Joe Verriotto brought his Brooklyn-sized personality to the return of “Deal or No Deal” Wednesday night, dancing his way through the rebooted game show.
“I said, If I’m gonna win a million dollars on TV, I’m going out with a bang,” says Verriotto. He was the first contestant to appear on the CNBC show after its nearly 10-year hiatus.
The 47-year-old stepped out alongside host Howie Mandel boasting of his Brooklyn pride and showing off his suave moves. He even invited the entire audience back to his place for dinner after accepting a $285,000 cash prize deal.
“I’m not gonna lie, I have a good time wherever I go,” the Dyker Heights native says, admitting he had a feeling he’d easily command the stage. He previously appeared on reality TV on VH1’s “Money Hungry” in 2010. “My personality and my happiness and everything that comes with me personifies [Brooklyn]. I’m proud of where I grew up.”
He applied to appear on the game show, which was canceled in 2009, back in March and flew from his current New Jersey residence to Universal Studios in Florida for the series taping. Verriotto simply asks, “who the heck wouldn’t want to do that?”
But his reasoning for turning to television for cash dates back to the Sept. 11 terror attacks, and the loss of his job.
“I’ve been through a lot in my life. I lost a business years ago and I never recovered,” he says, fighting tears. “I just want to leave it at that because it opens up many wounds for me. But just know that I’m a guy who’s hit the canvas a couple of times but I kept getting up.”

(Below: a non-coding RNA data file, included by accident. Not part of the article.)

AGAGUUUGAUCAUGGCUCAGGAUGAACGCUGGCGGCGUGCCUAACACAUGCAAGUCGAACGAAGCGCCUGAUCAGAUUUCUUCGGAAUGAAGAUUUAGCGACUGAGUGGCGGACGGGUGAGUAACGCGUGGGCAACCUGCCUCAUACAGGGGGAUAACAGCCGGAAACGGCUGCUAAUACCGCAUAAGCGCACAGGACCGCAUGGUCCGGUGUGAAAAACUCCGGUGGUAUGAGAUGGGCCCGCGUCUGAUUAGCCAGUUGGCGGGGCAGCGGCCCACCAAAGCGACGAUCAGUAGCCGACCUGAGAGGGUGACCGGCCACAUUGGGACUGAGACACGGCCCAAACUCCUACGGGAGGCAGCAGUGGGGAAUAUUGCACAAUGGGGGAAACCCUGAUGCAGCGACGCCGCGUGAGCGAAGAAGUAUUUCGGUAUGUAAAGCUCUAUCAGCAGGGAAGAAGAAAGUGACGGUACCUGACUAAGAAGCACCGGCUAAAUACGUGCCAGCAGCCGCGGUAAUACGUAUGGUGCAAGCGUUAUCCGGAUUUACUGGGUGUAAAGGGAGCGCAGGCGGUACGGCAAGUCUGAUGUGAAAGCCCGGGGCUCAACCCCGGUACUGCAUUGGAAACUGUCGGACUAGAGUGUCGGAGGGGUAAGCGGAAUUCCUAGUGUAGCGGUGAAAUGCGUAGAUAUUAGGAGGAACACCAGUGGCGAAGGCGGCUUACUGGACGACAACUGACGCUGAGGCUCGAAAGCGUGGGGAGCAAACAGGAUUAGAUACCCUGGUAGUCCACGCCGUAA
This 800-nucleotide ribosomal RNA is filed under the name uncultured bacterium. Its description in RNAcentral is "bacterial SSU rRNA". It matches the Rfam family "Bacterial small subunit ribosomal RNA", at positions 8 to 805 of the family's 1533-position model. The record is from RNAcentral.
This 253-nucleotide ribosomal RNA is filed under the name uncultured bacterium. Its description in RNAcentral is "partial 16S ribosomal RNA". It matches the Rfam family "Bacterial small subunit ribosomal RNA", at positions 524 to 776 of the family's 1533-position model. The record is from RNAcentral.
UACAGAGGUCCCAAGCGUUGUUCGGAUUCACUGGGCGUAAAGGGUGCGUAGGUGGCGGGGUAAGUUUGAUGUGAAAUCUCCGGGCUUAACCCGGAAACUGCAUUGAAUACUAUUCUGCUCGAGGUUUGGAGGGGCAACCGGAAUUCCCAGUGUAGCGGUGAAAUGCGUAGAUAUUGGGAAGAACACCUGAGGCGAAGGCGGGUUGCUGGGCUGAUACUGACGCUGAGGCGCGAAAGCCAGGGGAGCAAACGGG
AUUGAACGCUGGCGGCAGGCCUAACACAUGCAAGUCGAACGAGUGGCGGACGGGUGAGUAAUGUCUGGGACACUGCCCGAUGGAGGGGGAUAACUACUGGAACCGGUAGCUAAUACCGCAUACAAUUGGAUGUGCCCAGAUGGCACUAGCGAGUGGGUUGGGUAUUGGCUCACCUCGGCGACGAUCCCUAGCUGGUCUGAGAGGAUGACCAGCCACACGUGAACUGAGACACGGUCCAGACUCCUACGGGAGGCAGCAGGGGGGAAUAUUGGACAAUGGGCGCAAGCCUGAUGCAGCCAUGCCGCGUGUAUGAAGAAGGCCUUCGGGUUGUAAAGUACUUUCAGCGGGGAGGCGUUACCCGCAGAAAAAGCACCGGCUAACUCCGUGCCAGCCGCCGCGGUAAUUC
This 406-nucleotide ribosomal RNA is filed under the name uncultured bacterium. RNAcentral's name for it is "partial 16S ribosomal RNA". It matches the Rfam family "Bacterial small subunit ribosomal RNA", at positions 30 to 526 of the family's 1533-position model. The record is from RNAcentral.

Verriotto says he hoped to win the $1 million cash prize to help expand his business opportunities (he’s currently self-employed in the transportation field) and help pay for his daughter’s wedding.
In case his lively persona and heart-tugging story weren’t enough to keep the audience captivated, the New Yorker played what Mandel called one of the best games he’d ever seen.
“The ‘Deal or No Deal’ Gods from up above were looking out for me,” he says.
Verriotto played a practice round of the game before his episode was taped, which he says went even better than his live round. “I was getting aggravated because here I am in the practice run and the game was going perfect,” he says. “Lightning is not supposed to strike twice, but in my case, when I got on stage, it was happening again.”
While onstage, Verriotto cleared out several low-number briefcases early on, and was left with a nerve-wracking 25 percent chance of walking away with either $400, or the grand prize. With $750,000 left on the board, he chose to take a deal from the banker and nabbed $285,000.
“The only thing that did not happen on that show was the balloons coming down from the rafters,” he says.